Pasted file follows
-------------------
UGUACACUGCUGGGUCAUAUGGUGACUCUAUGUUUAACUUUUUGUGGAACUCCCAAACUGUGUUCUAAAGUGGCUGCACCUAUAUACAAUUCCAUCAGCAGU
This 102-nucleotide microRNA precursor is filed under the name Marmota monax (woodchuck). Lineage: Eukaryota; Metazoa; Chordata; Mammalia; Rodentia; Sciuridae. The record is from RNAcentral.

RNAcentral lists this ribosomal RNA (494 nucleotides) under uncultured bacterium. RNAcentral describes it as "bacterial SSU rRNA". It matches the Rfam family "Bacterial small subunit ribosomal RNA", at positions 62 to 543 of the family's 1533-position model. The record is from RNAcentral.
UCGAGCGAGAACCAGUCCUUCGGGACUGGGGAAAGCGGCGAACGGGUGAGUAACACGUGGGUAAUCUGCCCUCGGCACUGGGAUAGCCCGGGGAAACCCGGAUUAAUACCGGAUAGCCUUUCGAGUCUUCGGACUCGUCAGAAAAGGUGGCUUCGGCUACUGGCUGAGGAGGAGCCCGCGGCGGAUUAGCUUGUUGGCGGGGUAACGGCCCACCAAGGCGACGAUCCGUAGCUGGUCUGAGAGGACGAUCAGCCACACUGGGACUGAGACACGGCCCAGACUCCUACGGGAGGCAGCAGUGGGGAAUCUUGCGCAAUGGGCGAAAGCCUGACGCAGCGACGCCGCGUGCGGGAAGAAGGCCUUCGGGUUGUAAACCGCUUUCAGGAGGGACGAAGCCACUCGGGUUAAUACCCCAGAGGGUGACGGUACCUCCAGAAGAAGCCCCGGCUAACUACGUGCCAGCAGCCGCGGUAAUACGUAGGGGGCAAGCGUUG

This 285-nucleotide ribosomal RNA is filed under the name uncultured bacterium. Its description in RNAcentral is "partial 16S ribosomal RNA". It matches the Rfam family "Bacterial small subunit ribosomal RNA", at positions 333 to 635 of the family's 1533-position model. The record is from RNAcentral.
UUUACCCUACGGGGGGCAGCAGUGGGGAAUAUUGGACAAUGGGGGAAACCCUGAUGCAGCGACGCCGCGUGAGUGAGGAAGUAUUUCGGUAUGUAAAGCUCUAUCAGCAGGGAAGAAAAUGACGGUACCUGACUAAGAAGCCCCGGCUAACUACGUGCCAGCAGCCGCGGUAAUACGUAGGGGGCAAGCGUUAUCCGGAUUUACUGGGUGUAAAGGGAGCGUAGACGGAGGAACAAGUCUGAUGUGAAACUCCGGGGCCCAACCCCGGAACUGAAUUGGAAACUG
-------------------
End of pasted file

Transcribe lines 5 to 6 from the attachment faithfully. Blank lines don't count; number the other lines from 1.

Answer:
This 285-nucleotide ribosomal RNA is filed under the name uncultured bacterium. Its description in RNAcentral is "partial 16S ribosomal RNA". It matches the Rfam family "Bacterial small subunit ribosomal RNA", at positions 333 to 635 of the family's 1533-position model. The record is from RNAcentral.
UUUACCCUACGGGGGGCAGCAGUGGGGAAUAUUGGACAAUGGGGGAAACCCUGAUGCAGCGACGCCGCGUGAGUGAGGAAGUAUUUCGGUAUGUAAAGCUCUAUCAGCAGGGAAGAAAAUGACGGUACCUGACUAAGAAGCCCCGGCUAACUACGUGCCAGCAGCCGCGGUAAUACGUAGGGGGCAAGCGUUAUCCGGAUUUACUGGGUGUAAAGGGAGCGUAGACGGAGGAACAAGUCUGAUGUGAAACUCCGGGGCCCAACCCCGGAACUGAAUUGGAAACUG